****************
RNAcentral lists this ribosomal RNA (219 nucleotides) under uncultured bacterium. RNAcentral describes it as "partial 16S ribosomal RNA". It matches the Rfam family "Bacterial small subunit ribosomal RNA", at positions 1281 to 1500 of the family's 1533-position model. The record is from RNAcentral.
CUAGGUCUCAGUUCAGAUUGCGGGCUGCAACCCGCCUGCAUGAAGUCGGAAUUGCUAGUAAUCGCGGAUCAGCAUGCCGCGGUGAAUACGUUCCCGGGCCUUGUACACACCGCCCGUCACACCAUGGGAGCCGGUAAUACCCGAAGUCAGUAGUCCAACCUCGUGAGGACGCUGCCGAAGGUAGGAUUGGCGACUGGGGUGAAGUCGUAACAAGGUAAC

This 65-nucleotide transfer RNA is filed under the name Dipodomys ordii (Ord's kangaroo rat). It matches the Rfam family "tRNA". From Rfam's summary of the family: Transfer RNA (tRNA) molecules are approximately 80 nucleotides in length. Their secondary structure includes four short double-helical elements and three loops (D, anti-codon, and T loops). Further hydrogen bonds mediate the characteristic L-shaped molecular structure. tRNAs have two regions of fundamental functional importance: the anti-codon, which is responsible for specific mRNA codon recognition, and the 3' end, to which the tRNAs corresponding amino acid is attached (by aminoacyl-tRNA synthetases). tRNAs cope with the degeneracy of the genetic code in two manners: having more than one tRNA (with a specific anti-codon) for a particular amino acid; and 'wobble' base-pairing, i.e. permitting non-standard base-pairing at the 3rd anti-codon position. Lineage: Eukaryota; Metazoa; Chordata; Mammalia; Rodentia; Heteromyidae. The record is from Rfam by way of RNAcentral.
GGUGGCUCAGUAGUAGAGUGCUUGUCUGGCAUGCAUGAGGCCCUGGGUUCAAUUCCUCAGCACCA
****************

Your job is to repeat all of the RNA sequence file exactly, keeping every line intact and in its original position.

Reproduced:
RNAcentral lists this ribosomal RNA (219 nucleotides) under uncultured bacterium. RNAcentral describes it as "partial 16S ribosomal RNA". It matches the Rfam family "Bacterial small subunit ribosomal RNA", at positions 1281 to 1500 of the family's 1533-position model. The record is from RNAcentral.
CUAGGUCUCAGUUCAGAUUGCGGGCUGCAACCCGCCUGCAUGAAGUCGGAAUUGCUAGUAAUCGCGGAUCAGCAUGCCGCGGUGAAUACGUUCCCGGGCCUUGUACACACCGCCCGUCACACCAUGGGAGCCGGUAAUACCCGAAGUCAGUAGUCCAACCUCGUGAGGACGCUGCCGAAGGUAGGAUUGGCGACUGGGGUGAAGUCGUAACAAGGUAAC

This 65-nucleotide transfer RNA is filed under the name Dipodomys ordii (Ord's kangaroo rat). It matches the Rfam family "tRNA". From Rfam's summary of the family: Transfer RNA (tRNA) molecules are approximately 80 nucleotides in length. Their secondary structure includes four short double-helical elements and three loops (D, anti-codon, and T loops). Further hydrogen bonds mediate the characteristic L-shaped molecular structure. tRNAs have two regions of fundamental functional importance: the anti-codon, which is responsible for specific mRNA codon recognition, and the 3' end, to which the tRNAs corresponding amino acid is attached (by aminoacyl-tRNA synthetases). tRNAs cope with the degeneracy of the genetic code in two manners: having more than one tRNA (with a specific anti-codon) for a particular amino acid; and 'wobble' base-pairing, i.e. permitting non-standard base-pairing at the 3rd anti-codon position. Lineage: Eukaryota; Metazoa; Chordata; Mammalia; Rodentia; Heteromyidae. The record is from Rfam by way of RNAcentral.
GGUGGCUCAGUAGUAGAGUGCUUGUCUGGCAUGCAUGAGGCCCUGGGUUCAAUUCCUCAGCACCA